Wednesday, February 28, 2018

Real-Time Vehicle Trajectory

Our fleet of 4 Mobile LiDAR systems are nearly always on the move, and can be anywhere in the United States or internationally on any given day. With daily fleet activities averaging over 300 miles per day nationwide, resulting in nearly 7,000 miles of collections in the past 4 months, efficient productivity tracking and reporting is easier said than done.

Capitalizing on the previously un-tapped wealth of data produced by our field operations, our fleet logistics/tracking team developed a real-time solution to harness data from the on-board Positioning Orientation System (POS) to create a Real-Time Vehicle Trajectory (RTVT) solution. The single file summarizes each vehicle’s collections and correlates the systems’ position, GPS solution, attitude (pitch, roll, heading), and velocity at 1 second intervals for each sensor and camera initialization. Designed for transportability, an RTVT can be transmitted to our tracking team within seconds after collection, and enable near-real-time loading to interactive project maps and daily status reports.

The design of the RTVT not only supports our real-time production tracking needs, but also the needs of our daily mission planning operations as well. To effectively leverage the power of the individual RTVT files, the tracking team customized existing navigation software to thematically display RTVT’s that render user-friendly visual-cues that have ultimately increased daily production while decreasing costly “go-backs” and recollections.


Thursday, February 15, 2018

Throwback Thursday

Throwback to the December 1957 edition of Photogrammetric Engineering Journal.  Although we’ve grown out of our original digs in Rochester, PA and Jackson, MS, these offices live on with our Mobile LiDAR team in neighboring Moon Township, PA and Ridgeland, MS respectively.

Wednesday, February 7, 2018

Mobile LiDAR and the Smart City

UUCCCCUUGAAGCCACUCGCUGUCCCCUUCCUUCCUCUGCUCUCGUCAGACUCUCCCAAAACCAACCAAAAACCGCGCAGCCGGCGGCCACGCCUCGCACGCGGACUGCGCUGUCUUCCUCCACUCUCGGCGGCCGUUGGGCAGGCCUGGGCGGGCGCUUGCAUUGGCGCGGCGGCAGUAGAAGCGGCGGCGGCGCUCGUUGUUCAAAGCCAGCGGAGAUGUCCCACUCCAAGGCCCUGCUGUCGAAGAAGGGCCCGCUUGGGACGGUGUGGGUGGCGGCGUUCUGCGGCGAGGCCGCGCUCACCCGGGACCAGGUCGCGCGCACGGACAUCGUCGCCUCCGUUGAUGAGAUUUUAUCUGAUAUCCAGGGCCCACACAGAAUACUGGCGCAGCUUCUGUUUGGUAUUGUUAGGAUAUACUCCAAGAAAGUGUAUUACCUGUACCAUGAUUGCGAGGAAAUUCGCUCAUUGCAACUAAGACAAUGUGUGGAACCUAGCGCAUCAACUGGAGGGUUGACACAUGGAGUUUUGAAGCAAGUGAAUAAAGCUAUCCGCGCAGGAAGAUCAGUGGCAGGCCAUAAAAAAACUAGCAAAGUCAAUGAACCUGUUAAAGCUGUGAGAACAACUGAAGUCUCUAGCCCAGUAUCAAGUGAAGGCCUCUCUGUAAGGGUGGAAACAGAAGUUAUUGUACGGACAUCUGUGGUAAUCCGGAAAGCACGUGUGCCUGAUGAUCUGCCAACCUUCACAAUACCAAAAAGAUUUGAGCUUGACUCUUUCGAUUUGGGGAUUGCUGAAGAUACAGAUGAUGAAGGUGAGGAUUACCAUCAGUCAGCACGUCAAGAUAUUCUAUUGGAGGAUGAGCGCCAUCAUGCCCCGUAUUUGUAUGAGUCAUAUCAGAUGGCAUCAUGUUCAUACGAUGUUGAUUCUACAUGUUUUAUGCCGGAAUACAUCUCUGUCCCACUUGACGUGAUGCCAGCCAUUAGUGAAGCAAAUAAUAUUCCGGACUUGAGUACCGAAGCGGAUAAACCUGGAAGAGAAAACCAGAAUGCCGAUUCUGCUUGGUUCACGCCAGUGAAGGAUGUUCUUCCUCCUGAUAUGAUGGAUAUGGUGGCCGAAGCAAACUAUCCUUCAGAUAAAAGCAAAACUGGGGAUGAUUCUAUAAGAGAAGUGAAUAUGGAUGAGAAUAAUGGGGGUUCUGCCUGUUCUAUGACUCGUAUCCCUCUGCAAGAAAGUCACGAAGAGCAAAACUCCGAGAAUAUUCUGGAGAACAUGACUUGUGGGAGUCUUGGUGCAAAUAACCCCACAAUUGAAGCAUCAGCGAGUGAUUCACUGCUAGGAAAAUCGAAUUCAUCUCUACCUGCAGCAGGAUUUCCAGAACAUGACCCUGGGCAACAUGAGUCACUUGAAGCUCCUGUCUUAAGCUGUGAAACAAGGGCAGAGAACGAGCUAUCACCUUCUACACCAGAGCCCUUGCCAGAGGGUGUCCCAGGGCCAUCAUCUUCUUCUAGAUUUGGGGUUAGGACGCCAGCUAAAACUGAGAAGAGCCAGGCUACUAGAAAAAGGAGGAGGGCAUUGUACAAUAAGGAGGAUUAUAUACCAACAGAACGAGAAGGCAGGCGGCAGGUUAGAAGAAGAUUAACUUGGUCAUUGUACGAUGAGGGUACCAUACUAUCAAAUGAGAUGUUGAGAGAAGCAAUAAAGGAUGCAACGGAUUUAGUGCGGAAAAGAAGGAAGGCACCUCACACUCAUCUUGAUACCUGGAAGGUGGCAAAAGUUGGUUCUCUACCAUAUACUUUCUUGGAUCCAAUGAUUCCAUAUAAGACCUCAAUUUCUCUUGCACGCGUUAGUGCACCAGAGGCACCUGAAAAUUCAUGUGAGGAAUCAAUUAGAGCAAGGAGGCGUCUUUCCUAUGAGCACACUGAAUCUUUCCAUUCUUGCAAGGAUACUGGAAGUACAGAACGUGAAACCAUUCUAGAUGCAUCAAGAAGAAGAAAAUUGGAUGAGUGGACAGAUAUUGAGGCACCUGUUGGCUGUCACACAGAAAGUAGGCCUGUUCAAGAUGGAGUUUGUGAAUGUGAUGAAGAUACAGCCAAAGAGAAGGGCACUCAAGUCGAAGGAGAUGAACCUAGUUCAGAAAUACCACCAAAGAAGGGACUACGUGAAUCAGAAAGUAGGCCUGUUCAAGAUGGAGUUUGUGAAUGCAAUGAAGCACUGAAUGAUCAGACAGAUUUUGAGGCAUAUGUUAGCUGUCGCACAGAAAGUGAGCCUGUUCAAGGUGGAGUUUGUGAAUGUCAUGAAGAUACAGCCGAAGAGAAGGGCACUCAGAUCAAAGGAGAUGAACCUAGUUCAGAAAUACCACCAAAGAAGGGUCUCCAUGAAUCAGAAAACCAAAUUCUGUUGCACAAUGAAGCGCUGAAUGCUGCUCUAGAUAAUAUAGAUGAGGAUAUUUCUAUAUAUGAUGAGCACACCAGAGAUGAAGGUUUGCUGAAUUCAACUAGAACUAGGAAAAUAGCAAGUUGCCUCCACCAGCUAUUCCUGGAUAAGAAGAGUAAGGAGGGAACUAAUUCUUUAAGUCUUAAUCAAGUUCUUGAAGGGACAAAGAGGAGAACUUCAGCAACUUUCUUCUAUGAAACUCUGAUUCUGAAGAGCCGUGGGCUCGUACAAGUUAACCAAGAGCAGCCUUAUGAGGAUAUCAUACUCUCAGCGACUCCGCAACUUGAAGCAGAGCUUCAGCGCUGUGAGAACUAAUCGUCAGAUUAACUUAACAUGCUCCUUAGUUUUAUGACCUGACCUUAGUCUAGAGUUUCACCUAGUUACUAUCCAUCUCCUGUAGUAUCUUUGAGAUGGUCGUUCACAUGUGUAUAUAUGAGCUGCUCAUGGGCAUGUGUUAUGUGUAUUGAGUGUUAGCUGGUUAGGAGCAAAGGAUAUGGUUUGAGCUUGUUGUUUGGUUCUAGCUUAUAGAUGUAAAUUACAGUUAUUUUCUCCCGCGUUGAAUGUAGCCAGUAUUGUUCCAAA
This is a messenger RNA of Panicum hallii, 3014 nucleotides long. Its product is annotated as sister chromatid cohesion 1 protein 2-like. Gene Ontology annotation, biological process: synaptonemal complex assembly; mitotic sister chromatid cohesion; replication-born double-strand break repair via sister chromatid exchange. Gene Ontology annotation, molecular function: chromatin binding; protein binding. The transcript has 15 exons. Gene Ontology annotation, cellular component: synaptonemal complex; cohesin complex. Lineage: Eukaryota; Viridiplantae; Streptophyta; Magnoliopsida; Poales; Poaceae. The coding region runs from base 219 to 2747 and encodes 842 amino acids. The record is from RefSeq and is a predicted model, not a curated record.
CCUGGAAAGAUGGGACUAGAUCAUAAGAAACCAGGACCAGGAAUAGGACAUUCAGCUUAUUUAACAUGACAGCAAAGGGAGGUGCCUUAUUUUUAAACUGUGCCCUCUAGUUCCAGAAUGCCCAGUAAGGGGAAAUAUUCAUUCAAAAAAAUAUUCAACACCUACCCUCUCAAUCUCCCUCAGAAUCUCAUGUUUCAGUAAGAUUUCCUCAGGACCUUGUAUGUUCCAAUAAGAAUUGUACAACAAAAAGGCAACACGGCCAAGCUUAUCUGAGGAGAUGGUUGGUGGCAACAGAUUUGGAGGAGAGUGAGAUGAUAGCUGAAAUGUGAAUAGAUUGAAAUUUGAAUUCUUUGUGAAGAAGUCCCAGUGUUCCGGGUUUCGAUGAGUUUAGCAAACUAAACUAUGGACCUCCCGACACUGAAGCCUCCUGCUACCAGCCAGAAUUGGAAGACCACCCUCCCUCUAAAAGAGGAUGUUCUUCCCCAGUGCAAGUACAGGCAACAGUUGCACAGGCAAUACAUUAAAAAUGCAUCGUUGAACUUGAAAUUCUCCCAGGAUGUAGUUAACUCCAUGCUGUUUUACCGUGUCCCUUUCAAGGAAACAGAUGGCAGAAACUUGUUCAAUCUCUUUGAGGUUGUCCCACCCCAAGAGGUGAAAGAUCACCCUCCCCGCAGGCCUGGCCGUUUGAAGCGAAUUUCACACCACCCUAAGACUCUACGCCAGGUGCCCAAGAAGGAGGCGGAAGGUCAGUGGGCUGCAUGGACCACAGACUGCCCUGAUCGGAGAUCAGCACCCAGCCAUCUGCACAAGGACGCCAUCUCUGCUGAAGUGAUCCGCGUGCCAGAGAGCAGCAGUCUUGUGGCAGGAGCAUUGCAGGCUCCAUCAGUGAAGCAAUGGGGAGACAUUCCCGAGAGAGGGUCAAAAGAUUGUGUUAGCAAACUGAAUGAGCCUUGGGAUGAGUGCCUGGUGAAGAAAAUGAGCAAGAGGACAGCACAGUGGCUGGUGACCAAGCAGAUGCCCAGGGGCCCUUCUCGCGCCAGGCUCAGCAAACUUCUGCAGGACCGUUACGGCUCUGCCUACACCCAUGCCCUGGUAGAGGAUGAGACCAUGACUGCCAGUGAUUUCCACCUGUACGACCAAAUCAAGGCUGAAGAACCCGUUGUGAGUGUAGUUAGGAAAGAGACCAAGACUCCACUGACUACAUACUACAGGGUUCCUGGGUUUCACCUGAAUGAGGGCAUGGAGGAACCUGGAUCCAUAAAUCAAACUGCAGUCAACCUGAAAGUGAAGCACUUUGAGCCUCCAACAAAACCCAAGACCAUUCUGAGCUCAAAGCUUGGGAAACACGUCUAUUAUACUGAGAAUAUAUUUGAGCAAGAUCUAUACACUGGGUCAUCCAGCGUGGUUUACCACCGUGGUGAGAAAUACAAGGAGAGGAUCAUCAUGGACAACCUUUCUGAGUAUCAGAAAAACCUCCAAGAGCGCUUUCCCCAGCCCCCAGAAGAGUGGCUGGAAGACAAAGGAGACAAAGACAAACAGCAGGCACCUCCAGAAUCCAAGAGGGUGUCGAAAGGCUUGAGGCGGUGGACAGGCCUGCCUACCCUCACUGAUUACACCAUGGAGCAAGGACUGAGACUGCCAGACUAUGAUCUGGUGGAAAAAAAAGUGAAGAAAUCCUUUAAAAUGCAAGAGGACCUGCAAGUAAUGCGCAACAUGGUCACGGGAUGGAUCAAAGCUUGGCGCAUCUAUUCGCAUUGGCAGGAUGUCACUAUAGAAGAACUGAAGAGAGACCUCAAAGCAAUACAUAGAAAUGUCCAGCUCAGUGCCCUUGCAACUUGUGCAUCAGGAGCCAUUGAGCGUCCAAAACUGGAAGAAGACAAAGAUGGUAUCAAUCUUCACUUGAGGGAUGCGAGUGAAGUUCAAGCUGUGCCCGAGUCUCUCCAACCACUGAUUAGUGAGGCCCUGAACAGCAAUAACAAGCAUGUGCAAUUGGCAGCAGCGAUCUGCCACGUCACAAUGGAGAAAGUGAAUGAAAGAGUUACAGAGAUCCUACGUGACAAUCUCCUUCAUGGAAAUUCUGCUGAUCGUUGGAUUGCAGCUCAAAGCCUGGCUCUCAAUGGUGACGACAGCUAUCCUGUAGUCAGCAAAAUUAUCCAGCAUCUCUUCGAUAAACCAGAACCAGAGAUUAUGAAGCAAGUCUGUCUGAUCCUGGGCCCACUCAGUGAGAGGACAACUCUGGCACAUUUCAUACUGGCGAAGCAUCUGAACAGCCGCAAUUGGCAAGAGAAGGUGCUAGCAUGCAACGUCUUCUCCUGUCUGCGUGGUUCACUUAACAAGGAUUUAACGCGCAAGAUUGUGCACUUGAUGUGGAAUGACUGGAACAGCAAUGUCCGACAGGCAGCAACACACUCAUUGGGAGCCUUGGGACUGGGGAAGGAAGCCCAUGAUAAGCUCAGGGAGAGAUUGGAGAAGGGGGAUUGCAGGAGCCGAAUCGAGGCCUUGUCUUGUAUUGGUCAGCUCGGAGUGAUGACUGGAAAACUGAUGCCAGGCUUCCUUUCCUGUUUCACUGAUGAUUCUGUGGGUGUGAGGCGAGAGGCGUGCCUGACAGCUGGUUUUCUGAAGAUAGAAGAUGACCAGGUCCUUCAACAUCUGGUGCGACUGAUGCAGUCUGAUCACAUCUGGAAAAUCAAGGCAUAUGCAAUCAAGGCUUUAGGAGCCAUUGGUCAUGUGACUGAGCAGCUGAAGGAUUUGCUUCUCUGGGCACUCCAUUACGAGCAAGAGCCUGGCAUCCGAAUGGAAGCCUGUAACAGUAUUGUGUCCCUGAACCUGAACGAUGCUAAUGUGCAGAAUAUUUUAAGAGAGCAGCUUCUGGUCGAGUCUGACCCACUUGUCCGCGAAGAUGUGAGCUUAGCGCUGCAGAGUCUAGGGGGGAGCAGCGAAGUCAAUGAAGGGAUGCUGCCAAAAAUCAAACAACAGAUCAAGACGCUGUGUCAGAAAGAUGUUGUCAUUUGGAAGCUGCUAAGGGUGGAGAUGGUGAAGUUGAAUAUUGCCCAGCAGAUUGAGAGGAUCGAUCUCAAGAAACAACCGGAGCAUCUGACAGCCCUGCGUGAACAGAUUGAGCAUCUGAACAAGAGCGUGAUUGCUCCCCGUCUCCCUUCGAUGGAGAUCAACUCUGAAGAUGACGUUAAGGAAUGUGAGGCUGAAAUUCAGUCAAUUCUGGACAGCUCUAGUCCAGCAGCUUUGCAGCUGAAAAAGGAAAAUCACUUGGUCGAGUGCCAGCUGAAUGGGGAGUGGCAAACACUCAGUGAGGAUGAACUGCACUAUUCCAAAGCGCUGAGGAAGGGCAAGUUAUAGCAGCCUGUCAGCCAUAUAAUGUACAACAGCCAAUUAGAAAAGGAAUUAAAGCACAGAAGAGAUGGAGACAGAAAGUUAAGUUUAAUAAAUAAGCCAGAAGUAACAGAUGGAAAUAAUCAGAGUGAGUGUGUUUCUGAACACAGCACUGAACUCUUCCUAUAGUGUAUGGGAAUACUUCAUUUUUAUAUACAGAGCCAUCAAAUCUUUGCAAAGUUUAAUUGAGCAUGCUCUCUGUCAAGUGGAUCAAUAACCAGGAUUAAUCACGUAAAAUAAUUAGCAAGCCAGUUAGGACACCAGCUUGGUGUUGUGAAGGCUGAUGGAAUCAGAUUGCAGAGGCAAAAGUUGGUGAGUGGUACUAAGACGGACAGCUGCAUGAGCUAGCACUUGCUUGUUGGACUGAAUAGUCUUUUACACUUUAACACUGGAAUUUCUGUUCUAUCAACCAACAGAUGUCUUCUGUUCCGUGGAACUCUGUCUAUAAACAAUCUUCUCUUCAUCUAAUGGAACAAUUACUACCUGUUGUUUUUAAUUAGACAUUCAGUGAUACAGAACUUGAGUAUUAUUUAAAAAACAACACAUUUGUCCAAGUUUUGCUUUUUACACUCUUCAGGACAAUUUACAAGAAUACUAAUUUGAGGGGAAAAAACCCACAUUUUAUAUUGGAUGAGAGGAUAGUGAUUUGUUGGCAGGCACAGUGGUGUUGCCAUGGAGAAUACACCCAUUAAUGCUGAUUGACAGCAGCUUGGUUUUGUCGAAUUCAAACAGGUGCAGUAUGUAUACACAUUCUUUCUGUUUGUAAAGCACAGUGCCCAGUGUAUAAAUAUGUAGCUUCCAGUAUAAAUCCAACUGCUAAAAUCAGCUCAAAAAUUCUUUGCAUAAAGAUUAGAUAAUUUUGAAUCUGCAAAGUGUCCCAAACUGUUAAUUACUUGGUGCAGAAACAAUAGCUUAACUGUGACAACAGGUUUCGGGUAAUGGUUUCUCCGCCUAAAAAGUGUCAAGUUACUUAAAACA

Lately we’ve been considering our Mobile LiDAR Data activities under a different light so to speak. In a word, LiDAR. We get to see our world quite differently through the vast amounts of LiDAR and
imagery we collect performing very large urban projects. I was recently at the DistribuTECH 2018 conference to better understand how utilities with electric and/or broadband services are considering and reacting to technological, economic and societal implications of a Smart City.

Development of a Smart City affects nearly all systems comprising a City’s infrastructure. An electric grid’s smart meter system and grid improvements are fully functional with 5G capabilities. Fiber and wireless networks are implemented to carry present and future data from many connected-systems. Smart technology enables real-time diagnostics and management of: utilities; aviation, automotive, commuter rail and other vessels or vehicles comprising intelligent transportation systems; and government facilities and services, health services and activities, and first responder functions. Entertainment and recreation services, domicile and commercial facilities, and consumer-driven information demands are all connected.  Web-browsing, texts, voice, machine data, automatous things, and pictures or video are transmitted at speeds of 1Gbps to 10Gbps or more with 5G.

Many Smart City displays were at DistribuTECH 2018. The photo of an AT&T kiosk shows a 3D city-street model with conceptual graphic trajectories of many smart devices communicating wirelessly to their antennas. This sort of 3D analysis is necessary for wireless propagation modeling for placing microcell and small antennas. Mobile LiDAR is a perfect solution for data needed in 3D modeling and analysis, and for preparation of design, construction and permitting data.

Michael Baker extracts many forms of utility and roadway network details from our LiDAR point clouds and exports data directly into utility pole analysis, as well as various CAD, GIS and Asset Management applications. We also collect and model aerial electrical distribution and meter services. We measure anything attached to the pole or visible on the ground like road and sidewalk conditions, curbs and gutters, signage or pavement markings, or other visible utilities in the right-of-way. This data is used in planning and designing the many networks to serve a community.

Stopping to overlook our Bay Area collection.
Michael Baker’s Mobile LiDAR vehicles have recently collected over 7,000 miles of roadway corridor covering nearly 3.5 Million metropolitan residents in the largest cities across the United States. Terrestrial-mobile LiDAR and spherical imagery is used to update maps, GIS data and 3D models to understand a city’s in situ conditions to support design and construction permitting. However, the same data can be used for a multitude of other societal purposes such as the implementation of complete streets, local transit planning, ADA compliance or similar programs.

Ultimately the collected LiDAR data helps serve a community with improved utility networks and other infrastructure. By using LiDAR, cities are creating better, safer, healthier communities in which to live and work. Better planning, design and construction is a great outcome. It’s smart, too.